Monday, September 26, 2022

Fall Weather Journal

Zinnias on the first day of autumn.
The main garden has a tired and shabby appearance. 

Butternut squash were harvested about 10 days ago and have been stacked in baskets and boxes in the middle basement room.

I continue to cut David Austin roses nearly every morning. Some have tattered edges, but their scent it lovely. Rosie admires them. 

The days leading up to the autumnal equinox featured cool mornings--temps in the mid 50's -low 60's F. but warming up to afternoons in the high 80's.  On 21st September the late afternoon temperature registered at 94 F. 
Early in the week I canned the last of the garden produce--some early potatoes which weren't going to 'keep,' the last harvest of green beans, 4 qts of tomatoes shared by M. and G. from their weekly haul at the Amish auction. 
The first day of fall began with partly cloudy skies; all day we could sense cooler weather moving in.  By evening it was 64 F. 
Next day being brisk and breezy I pegged out sheets and my summer bedspread to flap dry on the back porch lines.  I made up my bed with an old quilted spread in soft muted colors; a fleece throw is folded at the foot of the bed--mostly to benefit the cats.

Son-in-law Matt was inspired to purchase mums at the auction--many are bought by wholesalers or those who have small variety shops. Buying at auction is a delight for the winning bidders, but I often think that the growers realize very little profit for their summer of tending the plants. 
I chose one in this rich mauve/purple color; Matt insisted I bring a second one as well as a copper hued one to hang on the porch.

The color in this photo is misleading; the blooms are more of a copper/gold.

A thunder storm roused us at 4:30 on Sunday morning--fierce jolts of lightning, followed by a burst of rain. The day later mellowed into blue skies with puffs of white clouds.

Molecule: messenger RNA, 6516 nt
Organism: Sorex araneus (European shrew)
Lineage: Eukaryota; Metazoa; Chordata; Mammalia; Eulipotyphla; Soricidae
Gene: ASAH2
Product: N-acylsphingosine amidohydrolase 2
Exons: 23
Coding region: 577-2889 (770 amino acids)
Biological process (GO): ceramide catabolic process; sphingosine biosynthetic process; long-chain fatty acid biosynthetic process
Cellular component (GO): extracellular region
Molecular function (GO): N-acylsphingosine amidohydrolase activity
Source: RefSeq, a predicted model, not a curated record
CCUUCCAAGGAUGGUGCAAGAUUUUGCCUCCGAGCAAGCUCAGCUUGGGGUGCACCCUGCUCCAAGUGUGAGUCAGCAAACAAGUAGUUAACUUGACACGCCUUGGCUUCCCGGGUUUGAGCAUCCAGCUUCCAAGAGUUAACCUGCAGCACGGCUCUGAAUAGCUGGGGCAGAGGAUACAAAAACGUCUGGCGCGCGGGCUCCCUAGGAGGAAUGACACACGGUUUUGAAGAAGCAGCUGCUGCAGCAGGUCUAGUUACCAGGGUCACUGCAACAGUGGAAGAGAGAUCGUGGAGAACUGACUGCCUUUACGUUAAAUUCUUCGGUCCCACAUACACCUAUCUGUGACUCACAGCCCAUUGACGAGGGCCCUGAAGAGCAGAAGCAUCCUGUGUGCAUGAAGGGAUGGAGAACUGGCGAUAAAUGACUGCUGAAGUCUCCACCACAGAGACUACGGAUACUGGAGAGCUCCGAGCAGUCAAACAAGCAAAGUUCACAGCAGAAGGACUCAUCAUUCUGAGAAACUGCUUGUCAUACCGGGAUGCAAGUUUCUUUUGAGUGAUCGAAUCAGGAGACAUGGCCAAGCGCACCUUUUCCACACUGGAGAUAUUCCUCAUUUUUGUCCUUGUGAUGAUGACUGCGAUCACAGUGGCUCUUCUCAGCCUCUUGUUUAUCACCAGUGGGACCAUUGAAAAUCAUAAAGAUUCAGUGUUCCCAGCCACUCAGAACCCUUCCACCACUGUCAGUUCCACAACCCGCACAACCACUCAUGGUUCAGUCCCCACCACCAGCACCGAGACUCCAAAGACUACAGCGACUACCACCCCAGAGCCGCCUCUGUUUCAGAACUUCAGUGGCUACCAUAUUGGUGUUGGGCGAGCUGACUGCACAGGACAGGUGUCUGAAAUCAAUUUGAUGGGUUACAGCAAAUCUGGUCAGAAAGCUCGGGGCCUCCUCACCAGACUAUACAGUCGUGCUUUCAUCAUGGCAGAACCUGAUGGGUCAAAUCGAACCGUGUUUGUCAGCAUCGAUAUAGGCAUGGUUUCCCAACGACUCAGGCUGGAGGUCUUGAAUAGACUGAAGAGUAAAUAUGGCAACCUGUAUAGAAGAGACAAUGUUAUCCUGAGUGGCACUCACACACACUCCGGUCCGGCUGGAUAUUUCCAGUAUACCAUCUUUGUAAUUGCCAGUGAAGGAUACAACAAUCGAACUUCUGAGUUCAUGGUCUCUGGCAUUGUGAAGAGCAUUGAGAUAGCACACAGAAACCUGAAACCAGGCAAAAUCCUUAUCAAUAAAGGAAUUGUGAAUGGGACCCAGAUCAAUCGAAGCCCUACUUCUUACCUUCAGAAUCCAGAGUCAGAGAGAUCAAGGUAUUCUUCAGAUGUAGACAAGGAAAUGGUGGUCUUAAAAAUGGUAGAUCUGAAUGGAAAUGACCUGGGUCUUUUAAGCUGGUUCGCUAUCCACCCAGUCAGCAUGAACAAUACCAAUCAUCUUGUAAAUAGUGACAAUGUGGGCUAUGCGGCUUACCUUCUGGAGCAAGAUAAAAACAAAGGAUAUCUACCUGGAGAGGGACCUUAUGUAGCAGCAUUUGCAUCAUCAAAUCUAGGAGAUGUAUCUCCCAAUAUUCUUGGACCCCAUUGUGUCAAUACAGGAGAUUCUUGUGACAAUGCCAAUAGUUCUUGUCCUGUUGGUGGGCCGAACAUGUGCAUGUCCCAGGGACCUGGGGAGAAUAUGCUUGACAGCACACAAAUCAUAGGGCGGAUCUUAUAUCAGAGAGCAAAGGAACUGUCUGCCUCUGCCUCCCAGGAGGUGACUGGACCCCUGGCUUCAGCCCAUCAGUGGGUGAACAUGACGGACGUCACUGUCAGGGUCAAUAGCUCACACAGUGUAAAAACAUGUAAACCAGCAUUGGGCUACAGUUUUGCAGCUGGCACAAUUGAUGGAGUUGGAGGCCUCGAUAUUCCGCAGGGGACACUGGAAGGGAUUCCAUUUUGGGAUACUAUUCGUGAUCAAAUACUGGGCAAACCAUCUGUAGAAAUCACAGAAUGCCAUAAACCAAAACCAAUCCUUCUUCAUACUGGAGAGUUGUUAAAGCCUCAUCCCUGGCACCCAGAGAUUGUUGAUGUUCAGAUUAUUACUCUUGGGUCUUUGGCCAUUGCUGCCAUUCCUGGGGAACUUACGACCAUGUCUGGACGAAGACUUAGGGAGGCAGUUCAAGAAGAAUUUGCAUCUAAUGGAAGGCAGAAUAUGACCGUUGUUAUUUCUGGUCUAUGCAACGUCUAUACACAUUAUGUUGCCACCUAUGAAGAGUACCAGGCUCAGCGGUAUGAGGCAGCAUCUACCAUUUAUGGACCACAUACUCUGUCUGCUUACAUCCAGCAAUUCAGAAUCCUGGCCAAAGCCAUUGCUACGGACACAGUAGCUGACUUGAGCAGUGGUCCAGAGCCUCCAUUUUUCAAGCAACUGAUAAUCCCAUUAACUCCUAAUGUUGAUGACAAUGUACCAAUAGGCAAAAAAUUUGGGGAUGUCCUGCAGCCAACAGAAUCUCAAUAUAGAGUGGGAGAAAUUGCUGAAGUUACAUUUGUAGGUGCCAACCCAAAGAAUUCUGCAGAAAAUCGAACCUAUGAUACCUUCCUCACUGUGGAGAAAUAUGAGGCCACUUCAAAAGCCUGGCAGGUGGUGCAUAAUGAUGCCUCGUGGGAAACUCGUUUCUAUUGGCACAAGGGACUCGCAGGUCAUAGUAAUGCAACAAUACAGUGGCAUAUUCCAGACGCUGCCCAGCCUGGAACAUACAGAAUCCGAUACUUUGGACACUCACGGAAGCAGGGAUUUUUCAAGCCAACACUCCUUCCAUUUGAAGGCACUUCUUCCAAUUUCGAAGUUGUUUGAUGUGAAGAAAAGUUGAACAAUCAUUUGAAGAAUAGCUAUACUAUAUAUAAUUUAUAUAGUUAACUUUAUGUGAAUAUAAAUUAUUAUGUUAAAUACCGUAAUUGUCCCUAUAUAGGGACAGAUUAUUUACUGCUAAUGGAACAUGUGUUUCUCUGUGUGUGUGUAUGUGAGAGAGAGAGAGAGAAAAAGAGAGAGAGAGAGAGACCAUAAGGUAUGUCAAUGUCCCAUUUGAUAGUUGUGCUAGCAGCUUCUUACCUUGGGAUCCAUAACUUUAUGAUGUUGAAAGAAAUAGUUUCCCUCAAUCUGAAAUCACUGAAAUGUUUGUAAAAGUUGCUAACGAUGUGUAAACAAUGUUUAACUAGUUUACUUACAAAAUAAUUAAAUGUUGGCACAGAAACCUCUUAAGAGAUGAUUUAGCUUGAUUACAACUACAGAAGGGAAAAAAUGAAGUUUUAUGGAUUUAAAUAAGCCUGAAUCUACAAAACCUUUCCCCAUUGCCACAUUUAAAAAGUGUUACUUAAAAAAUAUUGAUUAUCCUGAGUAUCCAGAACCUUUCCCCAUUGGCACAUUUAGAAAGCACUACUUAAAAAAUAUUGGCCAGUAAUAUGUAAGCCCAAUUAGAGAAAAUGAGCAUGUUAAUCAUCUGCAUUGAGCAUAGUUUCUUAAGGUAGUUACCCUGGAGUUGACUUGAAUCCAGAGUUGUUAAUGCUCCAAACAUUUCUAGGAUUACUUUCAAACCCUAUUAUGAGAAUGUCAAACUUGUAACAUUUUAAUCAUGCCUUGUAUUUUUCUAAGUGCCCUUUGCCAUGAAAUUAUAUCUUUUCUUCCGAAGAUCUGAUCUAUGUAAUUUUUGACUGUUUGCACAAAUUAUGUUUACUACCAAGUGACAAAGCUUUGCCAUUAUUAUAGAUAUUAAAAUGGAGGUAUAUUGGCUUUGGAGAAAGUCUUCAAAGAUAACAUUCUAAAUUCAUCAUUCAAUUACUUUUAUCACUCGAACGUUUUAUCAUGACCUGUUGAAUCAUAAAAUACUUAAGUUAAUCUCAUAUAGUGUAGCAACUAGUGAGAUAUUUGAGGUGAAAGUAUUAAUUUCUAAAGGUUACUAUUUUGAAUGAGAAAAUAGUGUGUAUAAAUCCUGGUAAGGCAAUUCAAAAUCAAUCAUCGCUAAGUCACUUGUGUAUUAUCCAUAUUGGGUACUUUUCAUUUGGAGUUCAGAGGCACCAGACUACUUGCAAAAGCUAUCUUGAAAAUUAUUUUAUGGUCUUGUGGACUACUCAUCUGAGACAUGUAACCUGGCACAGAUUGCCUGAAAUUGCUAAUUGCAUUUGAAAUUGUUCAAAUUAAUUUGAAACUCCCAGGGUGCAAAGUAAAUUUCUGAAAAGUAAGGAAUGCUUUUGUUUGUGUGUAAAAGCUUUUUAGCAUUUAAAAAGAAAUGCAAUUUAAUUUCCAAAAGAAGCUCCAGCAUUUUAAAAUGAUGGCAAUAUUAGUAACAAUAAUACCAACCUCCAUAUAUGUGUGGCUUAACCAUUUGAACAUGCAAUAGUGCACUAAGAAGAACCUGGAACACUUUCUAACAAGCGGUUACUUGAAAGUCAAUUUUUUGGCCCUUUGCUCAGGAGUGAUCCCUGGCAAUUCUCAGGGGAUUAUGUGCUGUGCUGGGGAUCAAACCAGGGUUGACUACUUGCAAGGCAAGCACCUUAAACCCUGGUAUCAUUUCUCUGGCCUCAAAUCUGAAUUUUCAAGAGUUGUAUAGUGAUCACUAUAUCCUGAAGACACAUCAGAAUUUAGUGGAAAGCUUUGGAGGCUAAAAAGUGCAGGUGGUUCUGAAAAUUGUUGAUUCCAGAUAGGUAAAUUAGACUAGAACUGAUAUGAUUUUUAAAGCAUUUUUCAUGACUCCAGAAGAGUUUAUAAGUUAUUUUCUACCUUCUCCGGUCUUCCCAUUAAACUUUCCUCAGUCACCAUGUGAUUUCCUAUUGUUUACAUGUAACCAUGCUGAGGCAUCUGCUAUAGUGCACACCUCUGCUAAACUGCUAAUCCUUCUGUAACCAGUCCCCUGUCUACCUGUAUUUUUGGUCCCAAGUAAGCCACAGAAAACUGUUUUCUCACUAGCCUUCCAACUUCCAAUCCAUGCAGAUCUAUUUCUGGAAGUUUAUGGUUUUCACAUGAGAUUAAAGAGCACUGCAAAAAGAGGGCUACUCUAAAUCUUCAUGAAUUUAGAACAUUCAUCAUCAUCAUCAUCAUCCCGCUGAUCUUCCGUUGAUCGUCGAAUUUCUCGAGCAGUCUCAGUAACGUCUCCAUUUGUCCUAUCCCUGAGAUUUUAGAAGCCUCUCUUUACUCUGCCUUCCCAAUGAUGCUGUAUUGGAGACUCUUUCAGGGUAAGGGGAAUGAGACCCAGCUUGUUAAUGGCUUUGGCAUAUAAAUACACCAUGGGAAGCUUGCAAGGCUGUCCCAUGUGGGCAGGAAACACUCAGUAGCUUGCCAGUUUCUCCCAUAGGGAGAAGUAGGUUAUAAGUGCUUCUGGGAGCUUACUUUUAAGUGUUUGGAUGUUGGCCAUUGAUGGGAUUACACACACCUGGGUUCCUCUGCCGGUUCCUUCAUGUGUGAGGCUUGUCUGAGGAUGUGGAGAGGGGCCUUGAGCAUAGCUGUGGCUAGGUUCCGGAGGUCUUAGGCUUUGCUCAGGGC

Today has been the sort of autumn day that inspires poets to descriptive rapture: temps in the 70's F. a light cool breeze, sunshine and bright blue skies. 
We noted two hummingbirds still visiting the feeders which I refilled with fresh syrup. 

I had errands which took me out for the afternoon, shopping at the bulk foods store to stock up on dried beans, pearl barley, tapioca, brown sugar, the farina that J. likes to cook as a breakfast cereal.

I made the rounds of the South Fork neighborhood discount stores, not finding quite as much as usual with which to stock pantry or freezer. Having made a quick foray through the nearest Kroger earlier and noting prices, I'm more than ever glad for our other resources, as well as the garden produce in colorful rows on the shelves downstairs. 
I must say though--who knew that cat litter would be in short supply!

I continue to sort things in the pantry, moving bulky items downstairs to the sturdy new shelves which J. and grandson D. assembled for me. 

I enjoy this time of transition, the heavy heat of summer becoming a memory, early mornings and evenings when a sweater or light fleece jacket is welcome. 
J. looking at the forecast temp for the night has herded cats in from the screened porch and firmly shut the door. 


1 comment:

  1. Much cooler here too - the computer tells me it is 8 deg C (which is 46F and has necessitated 3 layers this morning.) Snap - wood pellet cat litter in short supply here AND bottled drinking water (I like to keep a spare one in case there's been a run on what I boil in the kettle and cool for drinking - not entirely trusting what comes from the tap, having seen the mud in the UV filter!) You have lots of lovely roses in bloom still. I just have the occasional bud here. I was gifted a beautiful rose yesterday, so now need to decide where to plant it.

    You will be glad of what you have grown and stored/preserved this winter I don't doubt. I may clear a little bit of the bottom triangle for veg next year as there is more room and a good leaf mulch soil over the heavy clay.

    It is many many years since we were last able to buy excess vegetables and fruit, or plants, at auction in Wareham, but the memory still lingers and your mention of doing similar brings them back.